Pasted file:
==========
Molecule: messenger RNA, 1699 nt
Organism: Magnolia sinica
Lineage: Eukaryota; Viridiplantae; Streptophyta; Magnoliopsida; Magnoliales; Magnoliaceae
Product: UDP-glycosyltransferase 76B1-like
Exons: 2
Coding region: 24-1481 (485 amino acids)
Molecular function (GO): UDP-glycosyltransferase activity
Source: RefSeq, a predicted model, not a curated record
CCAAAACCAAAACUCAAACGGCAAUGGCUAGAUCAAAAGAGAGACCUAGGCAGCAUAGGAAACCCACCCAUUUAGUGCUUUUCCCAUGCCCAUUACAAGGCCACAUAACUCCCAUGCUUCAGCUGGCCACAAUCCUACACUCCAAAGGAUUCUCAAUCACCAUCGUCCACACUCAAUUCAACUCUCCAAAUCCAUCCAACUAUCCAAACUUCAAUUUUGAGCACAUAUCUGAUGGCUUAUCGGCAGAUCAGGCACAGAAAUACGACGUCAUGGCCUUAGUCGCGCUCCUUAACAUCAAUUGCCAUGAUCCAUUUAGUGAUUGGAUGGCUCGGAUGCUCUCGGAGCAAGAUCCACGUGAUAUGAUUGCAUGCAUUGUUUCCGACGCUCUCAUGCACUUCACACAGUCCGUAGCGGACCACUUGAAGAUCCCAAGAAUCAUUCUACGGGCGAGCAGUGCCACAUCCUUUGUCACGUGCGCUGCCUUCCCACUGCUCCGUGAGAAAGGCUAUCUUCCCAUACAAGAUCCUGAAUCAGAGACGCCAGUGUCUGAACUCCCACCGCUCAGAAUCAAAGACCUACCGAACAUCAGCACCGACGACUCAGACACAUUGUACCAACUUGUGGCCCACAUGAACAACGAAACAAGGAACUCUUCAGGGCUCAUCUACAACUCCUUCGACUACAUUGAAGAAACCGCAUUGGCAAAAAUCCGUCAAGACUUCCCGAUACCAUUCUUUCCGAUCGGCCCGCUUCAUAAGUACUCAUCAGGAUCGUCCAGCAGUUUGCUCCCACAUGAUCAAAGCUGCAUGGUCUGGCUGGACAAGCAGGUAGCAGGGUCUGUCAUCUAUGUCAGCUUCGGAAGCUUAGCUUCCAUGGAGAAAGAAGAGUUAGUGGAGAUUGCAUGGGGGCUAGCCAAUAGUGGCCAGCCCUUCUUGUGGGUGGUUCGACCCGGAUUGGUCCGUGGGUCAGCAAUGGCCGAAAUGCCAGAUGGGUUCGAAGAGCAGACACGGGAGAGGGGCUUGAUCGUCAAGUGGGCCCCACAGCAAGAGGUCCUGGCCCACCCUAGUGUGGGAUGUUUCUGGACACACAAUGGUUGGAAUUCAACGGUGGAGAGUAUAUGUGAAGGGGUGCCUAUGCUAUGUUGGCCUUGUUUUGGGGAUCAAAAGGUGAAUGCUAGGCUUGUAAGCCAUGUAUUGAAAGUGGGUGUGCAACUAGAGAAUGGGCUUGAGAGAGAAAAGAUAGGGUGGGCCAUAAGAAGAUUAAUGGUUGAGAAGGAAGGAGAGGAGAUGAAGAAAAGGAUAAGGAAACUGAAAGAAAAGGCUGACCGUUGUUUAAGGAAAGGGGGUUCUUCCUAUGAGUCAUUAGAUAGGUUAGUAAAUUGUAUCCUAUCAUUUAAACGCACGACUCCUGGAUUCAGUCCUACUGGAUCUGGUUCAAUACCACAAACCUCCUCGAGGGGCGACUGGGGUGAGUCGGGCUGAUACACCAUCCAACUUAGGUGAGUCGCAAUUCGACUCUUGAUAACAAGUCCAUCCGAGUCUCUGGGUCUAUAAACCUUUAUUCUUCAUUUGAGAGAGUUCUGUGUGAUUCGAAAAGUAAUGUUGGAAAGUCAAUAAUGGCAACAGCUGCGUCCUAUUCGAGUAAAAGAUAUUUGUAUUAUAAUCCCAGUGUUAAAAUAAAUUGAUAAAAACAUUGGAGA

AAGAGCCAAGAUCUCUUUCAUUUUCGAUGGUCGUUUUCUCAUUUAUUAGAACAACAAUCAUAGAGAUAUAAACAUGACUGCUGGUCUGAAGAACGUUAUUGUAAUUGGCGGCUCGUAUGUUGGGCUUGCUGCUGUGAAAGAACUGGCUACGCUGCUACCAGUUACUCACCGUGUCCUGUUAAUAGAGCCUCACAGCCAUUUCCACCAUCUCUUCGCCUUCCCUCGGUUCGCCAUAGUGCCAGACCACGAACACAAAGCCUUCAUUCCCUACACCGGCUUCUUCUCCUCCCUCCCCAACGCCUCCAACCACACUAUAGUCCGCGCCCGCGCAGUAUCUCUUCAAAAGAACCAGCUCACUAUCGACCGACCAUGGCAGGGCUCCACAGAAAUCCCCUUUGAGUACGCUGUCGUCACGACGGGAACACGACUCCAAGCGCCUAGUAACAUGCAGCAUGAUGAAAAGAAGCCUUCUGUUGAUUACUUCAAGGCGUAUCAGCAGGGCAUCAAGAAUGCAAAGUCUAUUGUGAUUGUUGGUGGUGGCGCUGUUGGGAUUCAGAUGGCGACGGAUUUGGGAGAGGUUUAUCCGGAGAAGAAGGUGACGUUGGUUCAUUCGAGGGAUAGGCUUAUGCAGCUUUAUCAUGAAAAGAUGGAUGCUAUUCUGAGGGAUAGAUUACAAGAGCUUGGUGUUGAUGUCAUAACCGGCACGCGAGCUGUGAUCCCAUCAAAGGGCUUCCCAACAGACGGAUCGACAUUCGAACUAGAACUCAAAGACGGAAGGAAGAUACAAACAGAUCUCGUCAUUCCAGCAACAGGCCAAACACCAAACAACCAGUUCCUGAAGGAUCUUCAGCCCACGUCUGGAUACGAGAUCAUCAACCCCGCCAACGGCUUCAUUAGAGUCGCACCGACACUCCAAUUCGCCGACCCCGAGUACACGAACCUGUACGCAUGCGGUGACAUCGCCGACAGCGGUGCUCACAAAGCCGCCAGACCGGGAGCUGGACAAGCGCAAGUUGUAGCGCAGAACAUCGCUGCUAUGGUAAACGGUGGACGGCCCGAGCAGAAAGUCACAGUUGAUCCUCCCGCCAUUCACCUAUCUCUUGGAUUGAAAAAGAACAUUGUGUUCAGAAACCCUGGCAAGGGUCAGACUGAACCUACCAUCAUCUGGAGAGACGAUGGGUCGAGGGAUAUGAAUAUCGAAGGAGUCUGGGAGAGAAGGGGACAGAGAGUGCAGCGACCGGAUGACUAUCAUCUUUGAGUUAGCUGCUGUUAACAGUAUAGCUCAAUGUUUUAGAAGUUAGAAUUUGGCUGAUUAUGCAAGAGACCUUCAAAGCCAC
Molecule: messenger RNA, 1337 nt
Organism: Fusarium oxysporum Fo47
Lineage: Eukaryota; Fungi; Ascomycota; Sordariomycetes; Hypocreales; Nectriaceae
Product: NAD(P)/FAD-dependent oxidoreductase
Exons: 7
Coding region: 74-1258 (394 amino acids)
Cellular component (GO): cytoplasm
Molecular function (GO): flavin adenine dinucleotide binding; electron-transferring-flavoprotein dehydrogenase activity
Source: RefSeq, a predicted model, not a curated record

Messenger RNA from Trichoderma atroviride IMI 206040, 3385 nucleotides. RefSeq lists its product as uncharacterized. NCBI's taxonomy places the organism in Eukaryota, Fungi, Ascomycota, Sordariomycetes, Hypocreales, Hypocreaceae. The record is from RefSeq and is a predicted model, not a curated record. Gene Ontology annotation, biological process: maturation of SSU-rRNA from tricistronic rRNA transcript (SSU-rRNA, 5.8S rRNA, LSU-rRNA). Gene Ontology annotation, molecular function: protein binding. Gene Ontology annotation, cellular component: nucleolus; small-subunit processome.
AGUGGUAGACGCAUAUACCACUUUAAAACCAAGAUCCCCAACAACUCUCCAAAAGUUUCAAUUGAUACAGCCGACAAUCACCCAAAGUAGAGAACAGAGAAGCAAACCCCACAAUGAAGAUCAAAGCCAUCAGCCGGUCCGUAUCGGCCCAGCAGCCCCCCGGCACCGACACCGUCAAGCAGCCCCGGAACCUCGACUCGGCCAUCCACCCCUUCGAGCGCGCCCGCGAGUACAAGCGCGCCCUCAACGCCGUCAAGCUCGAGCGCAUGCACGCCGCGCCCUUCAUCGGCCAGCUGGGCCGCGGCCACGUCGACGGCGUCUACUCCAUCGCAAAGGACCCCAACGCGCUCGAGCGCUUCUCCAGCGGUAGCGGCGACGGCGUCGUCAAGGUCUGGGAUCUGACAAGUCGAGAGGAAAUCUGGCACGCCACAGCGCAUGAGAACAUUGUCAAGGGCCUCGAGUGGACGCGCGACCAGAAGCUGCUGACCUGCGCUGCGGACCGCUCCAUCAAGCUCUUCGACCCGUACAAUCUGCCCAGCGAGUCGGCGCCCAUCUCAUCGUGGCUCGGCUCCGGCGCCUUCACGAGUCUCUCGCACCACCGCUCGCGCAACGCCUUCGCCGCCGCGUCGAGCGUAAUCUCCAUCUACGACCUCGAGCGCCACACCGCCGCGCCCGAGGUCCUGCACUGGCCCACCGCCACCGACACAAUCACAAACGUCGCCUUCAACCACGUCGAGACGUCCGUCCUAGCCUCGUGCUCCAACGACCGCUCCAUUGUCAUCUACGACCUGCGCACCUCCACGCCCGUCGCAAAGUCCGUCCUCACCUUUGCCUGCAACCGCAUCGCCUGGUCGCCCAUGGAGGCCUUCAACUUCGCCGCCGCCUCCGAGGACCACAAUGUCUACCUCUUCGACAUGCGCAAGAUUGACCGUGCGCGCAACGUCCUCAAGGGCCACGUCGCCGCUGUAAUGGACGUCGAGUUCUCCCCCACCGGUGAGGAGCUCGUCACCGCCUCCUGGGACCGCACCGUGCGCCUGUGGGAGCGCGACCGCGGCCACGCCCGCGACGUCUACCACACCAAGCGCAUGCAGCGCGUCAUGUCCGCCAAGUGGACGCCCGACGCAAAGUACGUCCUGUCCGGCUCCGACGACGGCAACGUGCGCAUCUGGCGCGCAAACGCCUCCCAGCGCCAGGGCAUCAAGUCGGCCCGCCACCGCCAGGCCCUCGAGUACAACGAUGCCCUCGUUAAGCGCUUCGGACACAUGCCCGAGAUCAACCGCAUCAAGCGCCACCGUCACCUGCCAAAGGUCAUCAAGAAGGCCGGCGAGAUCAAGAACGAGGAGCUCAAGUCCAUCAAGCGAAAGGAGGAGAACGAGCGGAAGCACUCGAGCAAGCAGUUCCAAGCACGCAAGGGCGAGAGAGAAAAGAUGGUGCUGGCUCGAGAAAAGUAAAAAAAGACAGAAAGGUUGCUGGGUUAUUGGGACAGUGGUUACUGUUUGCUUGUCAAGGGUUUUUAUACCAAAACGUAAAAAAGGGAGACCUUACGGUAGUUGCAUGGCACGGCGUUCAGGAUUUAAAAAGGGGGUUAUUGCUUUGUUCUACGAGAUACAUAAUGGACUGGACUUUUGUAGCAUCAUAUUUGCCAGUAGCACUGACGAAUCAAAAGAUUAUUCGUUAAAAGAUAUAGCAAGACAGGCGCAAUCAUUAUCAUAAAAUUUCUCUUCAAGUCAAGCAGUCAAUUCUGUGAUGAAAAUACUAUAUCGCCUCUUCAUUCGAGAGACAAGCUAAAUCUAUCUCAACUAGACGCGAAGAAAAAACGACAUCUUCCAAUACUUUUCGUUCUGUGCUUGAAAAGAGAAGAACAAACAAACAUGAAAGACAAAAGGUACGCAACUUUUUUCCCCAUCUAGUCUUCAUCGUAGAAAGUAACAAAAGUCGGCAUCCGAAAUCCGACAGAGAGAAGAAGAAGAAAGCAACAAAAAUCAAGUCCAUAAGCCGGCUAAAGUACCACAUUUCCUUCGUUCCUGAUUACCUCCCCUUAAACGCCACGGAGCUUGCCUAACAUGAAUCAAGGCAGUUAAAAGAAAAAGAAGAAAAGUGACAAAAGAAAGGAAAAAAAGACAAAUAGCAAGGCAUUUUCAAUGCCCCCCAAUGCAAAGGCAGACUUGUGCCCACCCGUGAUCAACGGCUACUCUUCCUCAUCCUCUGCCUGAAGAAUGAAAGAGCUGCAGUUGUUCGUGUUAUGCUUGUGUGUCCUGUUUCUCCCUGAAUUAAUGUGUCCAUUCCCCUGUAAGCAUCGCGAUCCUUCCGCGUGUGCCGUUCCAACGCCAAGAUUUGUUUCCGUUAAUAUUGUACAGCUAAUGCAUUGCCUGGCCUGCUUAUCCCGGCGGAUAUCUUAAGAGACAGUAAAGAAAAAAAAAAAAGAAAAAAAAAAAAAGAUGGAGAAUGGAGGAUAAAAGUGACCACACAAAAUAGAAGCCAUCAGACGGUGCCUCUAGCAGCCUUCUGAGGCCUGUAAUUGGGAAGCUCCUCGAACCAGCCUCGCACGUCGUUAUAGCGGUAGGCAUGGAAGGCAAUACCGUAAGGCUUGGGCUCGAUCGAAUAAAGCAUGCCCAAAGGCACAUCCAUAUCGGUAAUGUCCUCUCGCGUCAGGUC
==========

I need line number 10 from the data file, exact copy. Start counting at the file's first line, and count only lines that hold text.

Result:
AAGAGCCAAGAUCUCUUUCAUUUUCGAUGGUCGUUUUCUCAUUUAUUAGAACAACAAUCAUAGAGAUAUAAACAUGACUGCUGGUCUGAAGAACGUUAUUGUAAUUGGCGGCUCGUAUGUUGGGCUUGCUGCUGUGAAAGAACUGGCUACGCUGCUACCAGUUACUCACCGUGUCCUGUUAAUAGAGCCUCACAGCCAUUUCCACCAUCUCUUCGCCUUCCCUCGGUUCGCCAUAGUGCCAGACCACGAACACAAAGCCUUCAUUCCCUACACCGGCUUCUUCUCCUCCCUCCCCAACGCCUCCAACCACACUAUAGUCCGCGCCCGCGCAGUAUCUCUUCAAAAGAACCAGCUCACUAUCGACCGACCAUGGCAGGGCUCCACAGAAAUCCCCUUUGAGUACGCUGUCGUCACGACGGGAACACGACUCCAAGCGCCUAGUAACAUGCAGCAUGAUGAAAAGAAGCCUUCUGUUGAUUACUUCAAGGCGUAUCAGCAGGGCAUCAAGAAUGCAAAGUCUAUUGUGAUUGUUGGUGGUGGCGCUGUUGGGAUUCAGAUGGCGACGGAUUUGGGAGAGGUUUAUCCGGAGAAGAAGGUGACGUUGGUUCAUUCGAGGGAUAGGCUUAUGCAGCUUUAUCAUGAAAAGAUGGAUGCUAUUCUGAGGGAUAGAUUACAAGAGCUUGGUGUUGAUGUCAUAACCGGCACGCGAGCUGUGAUCCCAUCAAAGGGCUUCCCAACAGACGGAUCGACAUUCGAACUAGAACUCAAAGACGGAAGGAAGAUACAAACAGAUCUCGUCAUUCCAGCAACAGGCCAAACACCAAACAACCAGUUCCUGAAGGAUCUUCAGCCCACGUCUGGAUACGAGAUCAUCAACCCCGCCAACGGCUUCAUUAGAGUCGCACCGACACUCCAAUUCGCCGACCCCGAGUACACGAACCUGUACGCAUGCGGUGACAUCGCCGACAGCGGUGCUCACAAAGCCGCCAGACCGGGAGCUGGACAAGCGCAAGUUGUAGCGCAGAACAUCGCUGCUAUGGUAAACGGUGGACGGCCCGAGCAGAAAGUCACAGUUGAUCCUCCCGCCAUUCACCUAUCUCUUGGAUUGAAAAAGAACAUUGUGUUCAGAAACCCUGGCAAGGGUCAGACUGAACCUACCAUCAUCUGGAGAGACGAUGGGUCGAGGGAUAUGAAUAUCGAAGGAGUCUGGGAGAGAAGGGGACAGAGAGUGCAGCGACCGGAUGACUAUCAUCUUUGAGUUAGCUGCUGUUAACAGUAUAGCUCAAUGUUUUAGAAGUUAGAAUUUGGCUGAUUAUGCAAGAGACCUUCAAAGCCAC